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International Journal of Surgical Oncology
Volume 2011 (2011), Article ID 785803, 10 pages
Clinical Study

Higher Volume at Time of Breast Conserving Surgery Reduces Re-Excision in DCIS

1Department of Surgery, New York University Langone Medical Center, New York, NY 10016, USA
2Department of Surgery, Johns Hopkins Medical Institutions, Baltimore, MD 21287, USA
3Department of Pathology, New York University Langone Medical Center, New York, NY 10016, USA
4Department of Biological Statistics and Computational Biology, Cornell University, Jthaca, NY 14853, USA

Received 8 September 2010; Accepted 27 December 2010

Academic Editor: Theodore D. Liakakos

Copyright © 2011 J. H. Wolf et al. This is an open access article distributed under the Creative Commons Attribution License, which permits unrestricted use, distribution, and reproduction in any medium, provided the original work is properly cited.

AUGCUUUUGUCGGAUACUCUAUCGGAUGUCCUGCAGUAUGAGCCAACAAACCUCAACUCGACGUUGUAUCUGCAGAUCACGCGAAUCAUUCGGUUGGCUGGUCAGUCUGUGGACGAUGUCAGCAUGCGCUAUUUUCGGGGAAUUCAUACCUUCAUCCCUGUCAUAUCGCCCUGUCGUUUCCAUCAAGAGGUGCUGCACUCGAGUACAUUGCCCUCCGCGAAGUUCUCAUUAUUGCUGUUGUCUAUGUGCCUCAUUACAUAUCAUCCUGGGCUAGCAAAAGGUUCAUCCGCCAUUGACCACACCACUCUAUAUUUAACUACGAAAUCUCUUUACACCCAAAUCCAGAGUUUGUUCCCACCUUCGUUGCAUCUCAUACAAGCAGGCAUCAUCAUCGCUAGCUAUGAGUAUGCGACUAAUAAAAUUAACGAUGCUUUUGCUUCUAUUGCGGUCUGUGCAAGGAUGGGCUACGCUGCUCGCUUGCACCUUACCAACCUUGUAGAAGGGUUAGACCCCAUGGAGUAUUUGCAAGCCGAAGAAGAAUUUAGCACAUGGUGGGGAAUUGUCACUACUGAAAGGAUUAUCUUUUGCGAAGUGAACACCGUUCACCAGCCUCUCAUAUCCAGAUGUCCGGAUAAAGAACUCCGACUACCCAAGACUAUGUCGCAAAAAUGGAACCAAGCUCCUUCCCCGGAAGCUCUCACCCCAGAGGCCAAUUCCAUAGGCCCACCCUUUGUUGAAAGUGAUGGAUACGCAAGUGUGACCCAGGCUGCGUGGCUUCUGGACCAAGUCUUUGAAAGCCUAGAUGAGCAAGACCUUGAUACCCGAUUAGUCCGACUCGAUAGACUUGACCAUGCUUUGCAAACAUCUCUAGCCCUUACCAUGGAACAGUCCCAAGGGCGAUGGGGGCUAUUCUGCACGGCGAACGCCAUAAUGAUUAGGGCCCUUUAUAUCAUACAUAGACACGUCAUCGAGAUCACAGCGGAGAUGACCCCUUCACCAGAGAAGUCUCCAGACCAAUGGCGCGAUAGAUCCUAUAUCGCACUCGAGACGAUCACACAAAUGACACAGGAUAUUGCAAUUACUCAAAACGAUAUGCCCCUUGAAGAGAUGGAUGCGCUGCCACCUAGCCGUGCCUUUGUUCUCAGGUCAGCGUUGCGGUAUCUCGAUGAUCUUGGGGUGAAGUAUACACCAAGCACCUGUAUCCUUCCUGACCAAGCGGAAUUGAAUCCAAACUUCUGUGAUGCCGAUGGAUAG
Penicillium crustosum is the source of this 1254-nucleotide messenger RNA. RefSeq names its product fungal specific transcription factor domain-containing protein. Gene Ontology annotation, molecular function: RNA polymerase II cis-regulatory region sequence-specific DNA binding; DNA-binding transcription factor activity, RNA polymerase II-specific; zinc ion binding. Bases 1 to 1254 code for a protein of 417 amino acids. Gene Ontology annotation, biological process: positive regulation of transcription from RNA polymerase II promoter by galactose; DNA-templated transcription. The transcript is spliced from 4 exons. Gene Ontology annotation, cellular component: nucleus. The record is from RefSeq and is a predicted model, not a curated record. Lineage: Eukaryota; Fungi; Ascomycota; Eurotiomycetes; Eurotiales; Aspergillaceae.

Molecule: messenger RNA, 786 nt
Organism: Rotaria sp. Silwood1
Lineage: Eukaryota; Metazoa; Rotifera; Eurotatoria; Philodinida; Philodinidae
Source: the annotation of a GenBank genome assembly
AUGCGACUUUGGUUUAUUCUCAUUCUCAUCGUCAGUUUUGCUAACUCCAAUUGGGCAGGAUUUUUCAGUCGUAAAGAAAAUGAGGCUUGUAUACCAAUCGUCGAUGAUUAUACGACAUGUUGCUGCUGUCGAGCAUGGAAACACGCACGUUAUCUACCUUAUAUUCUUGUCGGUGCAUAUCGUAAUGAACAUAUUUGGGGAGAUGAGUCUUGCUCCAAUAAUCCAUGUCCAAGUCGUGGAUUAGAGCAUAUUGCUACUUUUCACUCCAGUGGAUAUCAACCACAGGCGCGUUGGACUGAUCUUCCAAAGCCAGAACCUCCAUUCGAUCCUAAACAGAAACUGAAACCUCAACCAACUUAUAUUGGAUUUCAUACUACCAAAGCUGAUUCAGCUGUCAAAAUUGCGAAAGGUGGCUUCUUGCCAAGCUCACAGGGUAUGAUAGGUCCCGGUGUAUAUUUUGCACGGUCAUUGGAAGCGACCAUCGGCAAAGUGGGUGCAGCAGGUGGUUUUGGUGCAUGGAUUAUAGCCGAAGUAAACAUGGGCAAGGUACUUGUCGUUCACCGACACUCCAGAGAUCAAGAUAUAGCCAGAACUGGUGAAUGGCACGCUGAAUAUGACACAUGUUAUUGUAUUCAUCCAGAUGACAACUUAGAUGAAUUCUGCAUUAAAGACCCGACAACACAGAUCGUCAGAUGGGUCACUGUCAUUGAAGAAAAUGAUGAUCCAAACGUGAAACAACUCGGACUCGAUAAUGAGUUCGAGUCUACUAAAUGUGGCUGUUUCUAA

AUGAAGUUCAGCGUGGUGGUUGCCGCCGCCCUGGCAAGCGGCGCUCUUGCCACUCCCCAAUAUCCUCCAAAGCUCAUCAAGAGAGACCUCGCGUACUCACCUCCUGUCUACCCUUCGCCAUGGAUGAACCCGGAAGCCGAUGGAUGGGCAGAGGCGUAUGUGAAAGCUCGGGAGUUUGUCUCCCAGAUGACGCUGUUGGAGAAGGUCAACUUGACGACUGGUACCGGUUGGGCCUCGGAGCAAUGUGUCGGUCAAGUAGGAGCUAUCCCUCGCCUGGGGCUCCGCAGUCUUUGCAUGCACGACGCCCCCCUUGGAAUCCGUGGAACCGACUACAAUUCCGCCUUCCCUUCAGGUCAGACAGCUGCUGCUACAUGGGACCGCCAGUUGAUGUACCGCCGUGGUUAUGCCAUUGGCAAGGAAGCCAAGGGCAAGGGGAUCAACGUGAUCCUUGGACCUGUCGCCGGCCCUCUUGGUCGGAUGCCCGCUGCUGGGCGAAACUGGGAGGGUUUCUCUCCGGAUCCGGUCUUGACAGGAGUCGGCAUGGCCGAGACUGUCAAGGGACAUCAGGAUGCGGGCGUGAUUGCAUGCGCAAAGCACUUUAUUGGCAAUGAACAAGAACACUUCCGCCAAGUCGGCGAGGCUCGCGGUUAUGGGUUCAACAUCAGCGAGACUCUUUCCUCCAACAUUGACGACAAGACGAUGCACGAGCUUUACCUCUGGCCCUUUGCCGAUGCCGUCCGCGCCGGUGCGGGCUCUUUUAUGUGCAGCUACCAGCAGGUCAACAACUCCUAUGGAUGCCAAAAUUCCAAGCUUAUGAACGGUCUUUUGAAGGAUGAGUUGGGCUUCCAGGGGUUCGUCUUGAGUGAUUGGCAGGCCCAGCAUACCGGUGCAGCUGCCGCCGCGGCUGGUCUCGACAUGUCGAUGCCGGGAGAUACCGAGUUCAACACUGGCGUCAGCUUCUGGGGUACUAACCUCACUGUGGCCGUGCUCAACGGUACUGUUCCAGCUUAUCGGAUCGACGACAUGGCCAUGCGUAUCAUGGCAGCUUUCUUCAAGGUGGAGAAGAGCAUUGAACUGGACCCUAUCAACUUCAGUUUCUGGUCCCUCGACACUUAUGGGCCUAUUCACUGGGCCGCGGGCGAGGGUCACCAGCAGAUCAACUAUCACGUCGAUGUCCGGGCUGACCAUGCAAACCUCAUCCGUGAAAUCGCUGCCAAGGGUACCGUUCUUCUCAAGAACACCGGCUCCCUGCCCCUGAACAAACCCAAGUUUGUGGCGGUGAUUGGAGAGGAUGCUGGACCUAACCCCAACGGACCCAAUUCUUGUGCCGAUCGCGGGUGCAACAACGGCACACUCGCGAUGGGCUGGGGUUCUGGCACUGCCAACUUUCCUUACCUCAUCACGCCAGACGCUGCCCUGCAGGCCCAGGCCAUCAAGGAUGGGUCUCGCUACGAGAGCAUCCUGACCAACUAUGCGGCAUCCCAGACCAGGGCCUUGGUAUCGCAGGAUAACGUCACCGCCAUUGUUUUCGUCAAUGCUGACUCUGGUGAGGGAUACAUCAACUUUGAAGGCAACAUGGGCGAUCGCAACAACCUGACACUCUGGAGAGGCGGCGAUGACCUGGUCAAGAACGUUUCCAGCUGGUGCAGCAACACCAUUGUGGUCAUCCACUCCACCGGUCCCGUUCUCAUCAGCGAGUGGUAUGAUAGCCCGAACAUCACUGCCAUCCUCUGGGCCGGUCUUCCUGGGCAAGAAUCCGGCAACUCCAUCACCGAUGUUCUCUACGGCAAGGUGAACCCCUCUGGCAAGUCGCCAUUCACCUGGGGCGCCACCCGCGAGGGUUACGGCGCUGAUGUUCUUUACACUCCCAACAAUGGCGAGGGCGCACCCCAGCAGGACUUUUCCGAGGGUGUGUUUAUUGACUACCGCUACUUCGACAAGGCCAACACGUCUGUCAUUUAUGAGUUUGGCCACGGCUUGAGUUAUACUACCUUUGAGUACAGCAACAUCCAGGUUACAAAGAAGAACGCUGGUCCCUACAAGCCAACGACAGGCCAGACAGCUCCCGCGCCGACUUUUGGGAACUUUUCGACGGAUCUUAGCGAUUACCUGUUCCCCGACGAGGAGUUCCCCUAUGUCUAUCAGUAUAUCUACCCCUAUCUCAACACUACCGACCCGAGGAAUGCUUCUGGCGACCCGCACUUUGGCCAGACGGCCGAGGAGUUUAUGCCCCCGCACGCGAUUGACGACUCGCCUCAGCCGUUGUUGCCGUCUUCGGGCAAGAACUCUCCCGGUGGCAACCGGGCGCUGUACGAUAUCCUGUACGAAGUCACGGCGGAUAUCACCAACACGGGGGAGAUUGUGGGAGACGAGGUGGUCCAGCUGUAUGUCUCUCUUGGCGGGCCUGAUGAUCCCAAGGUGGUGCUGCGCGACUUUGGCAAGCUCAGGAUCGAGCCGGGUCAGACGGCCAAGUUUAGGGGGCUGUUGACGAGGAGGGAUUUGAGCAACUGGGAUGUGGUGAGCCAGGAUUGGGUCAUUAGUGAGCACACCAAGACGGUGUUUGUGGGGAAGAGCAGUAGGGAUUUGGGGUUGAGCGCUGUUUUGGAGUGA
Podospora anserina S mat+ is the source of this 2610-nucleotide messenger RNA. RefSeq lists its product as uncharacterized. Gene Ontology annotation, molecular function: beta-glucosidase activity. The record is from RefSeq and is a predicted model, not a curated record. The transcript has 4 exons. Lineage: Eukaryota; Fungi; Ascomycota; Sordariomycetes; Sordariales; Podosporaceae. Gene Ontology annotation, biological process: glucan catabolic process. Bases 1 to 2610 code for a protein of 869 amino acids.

Purpose. The purpose of this study was to compare the surgical and pathological variables which impact rate of re-excision following breast conserving therapy (BCS) with or without concurrent additional margin excision (AM). Methods. The pathology database was queried for all patients with DCIS from January 2004 to September 2008. Pathologic assessment included volume of excision, subtype, size, distance from margin, grade, necrosis, multifocality, calcifications, and ER/PR status. Results. 405 cases were identified and 201 underwent BCS, 151-BCS-AM, and 53-mastectomy. Among the 201 BCS patients, 190 underwent re-excision for close or involved margins. 129 of these were treated with BCS and 61 with BCS-AM ( ). The incidence of residual DCIS in the re-excision specimens was 32% ( ) for BCS and 22% ( ) for BCS-AM ( ). For both the BCS and the BCS-AM cohorts, volume of tissue excised is inversely correlated to the rate of re-excision ( ). Multifocality ( ) and ER status ( ) were also significant predictors for rate of re-excision and variation in surgical technique was insignificant. Conclusions. The rate of positive margins, re-excision, and residual disease was significantly higher in patients with lower volume of excision. The performance of concurrent additional margin excision increases the efficacy of BCS for DCIS.